The trend line looks promising for Barack Obama in California. Two days ago, a Zogby poll gave him a one-point lead in the delegate-rich state. Yesterday, his margin swelled to six points. And this morning, the final round of data has him ahead by a staggering 13 points.
But there are two catches:
1) We saw this same kind of trend in the days before New Hampshire, and—amid predictions of a blowout Obama victory—it reversed itself on primary day.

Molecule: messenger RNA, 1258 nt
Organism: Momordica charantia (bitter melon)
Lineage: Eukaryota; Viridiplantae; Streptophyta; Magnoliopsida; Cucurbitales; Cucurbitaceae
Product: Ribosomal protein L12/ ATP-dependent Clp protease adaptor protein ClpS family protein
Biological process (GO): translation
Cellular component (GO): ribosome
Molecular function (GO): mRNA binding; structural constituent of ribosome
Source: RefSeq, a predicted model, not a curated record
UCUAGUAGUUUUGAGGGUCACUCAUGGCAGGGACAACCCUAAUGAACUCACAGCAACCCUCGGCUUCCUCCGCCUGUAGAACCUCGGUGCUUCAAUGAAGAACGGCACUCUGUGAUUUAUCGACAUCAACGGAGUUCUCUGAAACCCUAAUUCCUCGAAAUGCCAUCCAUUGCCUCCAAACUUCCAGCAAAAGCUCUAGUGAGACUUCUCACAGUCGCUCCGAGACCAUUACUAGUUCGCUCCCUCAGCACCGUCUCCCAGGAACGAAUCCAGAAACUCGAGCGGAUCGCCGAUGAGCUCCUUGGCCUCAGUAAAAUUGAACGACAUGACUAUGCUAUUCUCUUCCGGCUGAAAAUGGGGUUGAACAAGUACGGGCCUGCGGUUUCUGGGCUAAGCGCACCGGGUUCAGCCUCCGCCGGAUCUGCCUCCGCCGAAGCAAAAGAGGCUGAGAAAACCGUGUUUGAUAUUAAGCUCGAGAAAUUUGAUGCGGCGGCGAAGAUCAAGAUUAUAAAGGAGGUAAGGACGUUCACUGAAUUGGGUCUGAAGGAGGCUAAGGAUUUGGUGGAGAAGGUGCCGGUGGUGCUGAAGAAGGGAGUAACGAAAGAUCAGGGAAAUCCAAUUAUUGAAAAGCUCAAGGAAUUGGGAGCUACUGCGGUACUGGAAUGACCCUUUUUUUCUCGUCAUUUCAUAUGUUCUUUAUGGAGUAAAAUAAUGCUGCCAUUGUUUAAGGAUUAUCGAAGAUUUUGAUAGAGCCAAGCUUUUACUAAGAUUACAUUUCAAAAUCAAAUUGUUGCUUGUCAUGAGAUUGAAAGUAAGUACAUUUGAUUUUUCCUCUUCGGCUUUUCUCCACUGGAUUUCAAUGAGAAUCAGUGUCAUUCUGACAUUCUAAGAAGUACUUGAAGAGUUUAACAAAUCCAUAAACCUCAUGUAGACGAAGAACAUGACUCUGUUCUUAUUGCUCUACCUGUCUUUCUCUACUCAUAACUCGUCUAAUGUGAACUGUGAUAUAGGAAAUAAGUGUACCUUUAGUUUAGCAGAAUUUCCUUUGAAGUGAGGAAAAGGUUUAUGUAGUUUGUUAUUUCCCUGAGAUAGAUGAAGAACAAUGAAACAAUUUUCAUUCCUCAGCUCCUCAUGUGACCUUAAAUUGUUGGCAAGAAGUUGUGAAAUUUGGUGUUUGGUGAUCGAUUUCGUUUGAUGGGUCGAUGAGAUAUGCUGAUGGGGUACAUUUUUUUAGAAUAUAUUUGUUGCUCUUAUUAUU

2) California is has some of the most liberal laws in the country for absentee and mail-in voting. Ballots were mailed out a month ago, and it’s estimated that more than half of all votes in the primary will have been cast well before today’s primary. The problem for Obama is that mail-in voting began back when Hillary Clinton enjoyed a sizable lead in California polls—around 20 points. If that spread was reflected in the early balloting, even a 13-point win among primary days voters won’t be enough for Obama to carry the state.